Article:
In light of National Nutrition Month, many people are paying more attention to their diets, balancing bad-for-you aspects like fat, saturated fat and sodium with nutrients like fiber, protein and antioxidants. Antioxidants, the free-radical-fighting vitamins and minerals found in fruits, vegetables and many other foods and drinks, have long been celebrated for their abilities to ward off cancer, dementia and stroke, but new research shows that the type of antioxidants matters more than the sheer volume of them consumed.
A study published recently in Neurology found no association between an individual's total intake of antioxidants and a lower risk of stroke and dementia, Fox News reports. However, previous studies have shown links between antioxidants and reduced disease risk. Researchers noted that the type of antioxidant, not necessarily just the quantity, is what matters.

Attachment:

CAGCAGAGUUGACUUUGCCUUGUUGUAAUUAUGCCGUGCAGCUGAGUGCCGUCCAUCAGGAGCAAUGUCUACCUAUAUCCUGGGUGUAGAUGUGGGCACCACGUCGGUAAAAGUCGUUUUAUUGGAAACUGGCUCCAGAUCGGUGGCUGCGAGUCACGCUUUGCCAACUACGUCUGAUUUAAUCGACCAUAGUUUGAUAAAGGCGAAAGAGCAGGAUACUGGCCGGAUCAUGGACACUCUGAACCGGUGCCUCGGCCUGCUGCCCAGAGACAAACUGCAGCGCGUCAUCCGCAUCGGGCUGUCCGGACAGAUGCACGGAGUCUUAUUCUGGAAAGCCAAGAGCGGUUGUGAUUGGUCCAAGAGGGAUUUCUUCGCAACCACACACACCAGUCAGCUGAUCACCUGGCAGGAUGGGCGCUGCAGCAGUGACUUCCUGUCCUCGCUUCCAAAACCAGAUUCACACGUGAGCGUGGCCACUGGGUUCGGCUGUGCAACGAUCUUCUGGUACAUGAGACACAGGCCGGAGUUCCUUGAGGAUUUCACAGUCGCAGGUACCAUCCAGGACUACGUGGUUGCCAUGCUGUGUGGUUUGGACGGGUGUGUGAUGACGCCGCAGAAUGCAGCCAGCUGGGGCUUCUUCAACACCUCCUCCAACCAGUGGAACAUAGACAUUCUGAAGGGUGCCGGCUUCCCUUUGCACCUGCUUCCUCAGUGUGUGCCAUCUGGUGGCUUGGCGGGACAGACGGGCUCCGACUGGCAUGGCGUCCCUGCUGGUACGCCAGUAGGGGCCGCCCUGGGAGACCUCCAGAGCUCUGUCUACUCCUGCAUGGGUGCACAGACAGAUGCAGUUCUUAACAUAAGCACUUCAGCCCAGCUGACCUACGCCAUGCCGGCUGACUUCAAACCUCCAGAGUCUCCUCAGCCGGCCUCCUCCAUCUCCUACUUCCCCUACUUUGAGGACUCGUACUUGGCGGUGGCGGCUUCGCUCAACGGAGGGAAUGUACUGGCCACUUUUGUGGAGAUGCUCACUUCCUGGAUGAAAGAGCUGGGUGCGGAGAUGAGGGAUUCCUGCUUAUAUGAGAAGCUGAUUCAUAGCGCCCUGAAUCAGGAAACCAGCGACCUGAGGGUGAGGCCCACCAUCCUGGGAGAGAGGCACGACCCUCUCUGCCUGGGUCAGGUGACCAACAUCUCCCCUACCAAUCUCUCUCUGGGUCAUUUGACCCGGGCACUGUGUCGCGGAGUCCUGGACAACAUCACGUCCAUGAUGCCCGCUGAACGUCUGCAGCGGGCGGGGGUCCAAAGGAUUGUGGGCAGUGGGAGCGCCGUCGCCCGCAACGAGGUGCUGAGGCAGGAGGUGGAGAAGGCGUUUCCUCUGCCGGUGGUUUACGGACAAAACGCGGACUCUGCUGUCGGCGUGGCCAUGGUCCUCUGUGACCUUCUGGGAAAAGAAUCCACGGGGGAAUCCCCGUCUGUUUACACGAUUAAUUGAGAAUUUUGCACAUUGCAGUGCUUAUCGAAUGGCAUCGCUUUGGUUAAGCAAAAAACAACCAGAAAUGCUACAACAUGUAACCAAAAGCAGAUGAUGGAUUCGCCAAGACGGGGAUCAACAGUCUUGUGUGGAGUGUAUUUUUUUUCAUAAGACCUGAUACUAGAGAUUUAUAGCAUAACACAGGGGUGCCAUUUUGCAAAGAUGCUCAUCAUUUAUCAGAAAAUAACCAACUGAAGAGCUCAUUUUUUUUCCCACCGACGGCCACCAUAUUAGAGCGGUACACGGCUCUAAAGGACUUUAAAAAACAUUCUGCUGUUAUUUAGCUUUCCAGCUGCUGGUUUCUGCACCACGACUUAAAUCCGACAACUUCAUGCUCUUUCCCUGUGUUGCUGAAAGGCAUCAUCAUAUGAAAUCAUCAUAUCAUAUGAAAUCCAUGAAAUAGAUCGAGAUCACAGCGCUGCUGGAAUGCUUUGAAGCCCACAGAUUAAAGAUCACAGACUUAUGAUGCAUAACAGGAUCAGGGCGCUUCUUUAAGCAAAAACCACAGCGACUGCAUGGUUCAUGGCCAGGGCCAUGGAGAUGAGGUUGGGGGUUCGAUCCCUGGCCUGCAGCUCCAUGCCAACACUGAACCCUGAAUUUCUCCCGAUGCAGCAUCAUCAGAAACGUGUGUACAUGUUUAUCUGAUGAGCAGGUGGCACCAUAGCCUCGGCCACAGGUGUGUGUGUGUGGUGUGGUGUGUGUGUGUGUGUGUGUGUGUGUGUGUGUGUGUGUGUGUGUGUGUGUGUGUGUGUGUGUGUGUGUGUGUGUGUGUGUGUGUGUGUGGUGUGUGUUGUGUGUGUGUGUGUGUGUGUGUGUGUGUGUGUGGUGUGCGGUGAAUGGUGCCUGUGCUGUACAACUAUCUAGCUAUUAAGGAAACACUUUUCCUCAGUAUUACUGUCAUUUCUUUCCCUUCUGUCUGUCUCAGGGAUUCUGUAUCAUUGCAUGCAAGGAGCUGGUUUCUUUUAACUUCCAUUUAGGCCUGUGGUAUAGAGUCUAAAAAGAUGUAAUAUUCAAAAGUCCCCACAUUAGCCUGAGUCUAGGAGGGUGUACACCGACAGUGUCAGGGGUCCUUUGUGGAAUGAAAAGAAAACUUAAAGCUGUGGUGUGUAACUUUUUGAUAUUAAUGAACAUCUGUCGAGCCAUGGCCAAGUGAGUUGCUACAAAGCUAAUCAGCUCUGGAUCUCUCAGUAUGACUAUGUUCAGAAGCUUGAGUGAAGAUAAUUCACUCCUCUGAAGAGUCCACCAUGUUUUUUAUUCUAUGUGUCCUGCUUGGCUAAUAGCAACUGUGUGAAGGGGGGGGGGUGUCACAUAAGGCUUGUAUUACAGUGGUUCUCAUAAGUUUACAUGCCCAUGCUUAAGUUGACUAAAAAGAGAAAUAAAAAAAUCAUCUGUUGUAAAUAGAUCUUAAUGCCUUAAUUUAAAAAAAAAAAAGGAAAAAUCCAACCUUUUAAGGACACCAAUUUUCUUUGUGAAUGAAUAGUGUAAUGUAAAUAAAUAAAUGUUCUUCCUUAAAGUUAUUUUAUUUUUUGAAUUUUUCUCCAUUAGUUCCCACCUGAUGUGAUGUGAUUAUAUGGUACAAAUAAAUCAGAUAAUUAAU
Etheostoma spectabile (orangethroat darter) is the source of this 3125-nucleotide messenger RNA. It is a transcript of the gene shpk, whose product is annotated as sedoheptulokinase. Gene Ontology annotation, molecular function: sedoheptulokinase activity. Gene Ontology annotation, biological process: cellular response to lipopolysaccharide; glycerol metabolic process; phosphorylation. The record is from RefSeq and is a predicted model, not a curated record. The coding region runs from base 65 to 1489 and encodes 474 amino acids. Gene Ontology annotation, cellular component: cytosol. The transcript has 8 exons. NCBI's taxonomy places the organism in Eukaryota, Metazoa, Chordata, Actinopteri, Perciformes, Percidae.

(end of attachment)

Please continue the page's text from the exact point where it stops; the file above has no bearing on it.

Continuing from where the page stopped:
The antioxidants in question during the study were flavanoids and were attributed mostly to the participants' consumption of coffee and tea. In previous studies, antioxidants like vitamin C and a diet rich in fruits and vegetables were found to reduce the risk of stroke, according to the publication. Others have shown that a high intake of vitamin E, found in foods like almonds, sunflower seeds and spinach, can lower the risk of dementia.
"This study suggests that we really need to be specific about the antioxidants we're taking in to reduce dementia and stroke risk," study author Dr. Elizabeth Devore, of Harvard Medical School and Brigham and Women's Hospital in Boston, told the news outlet.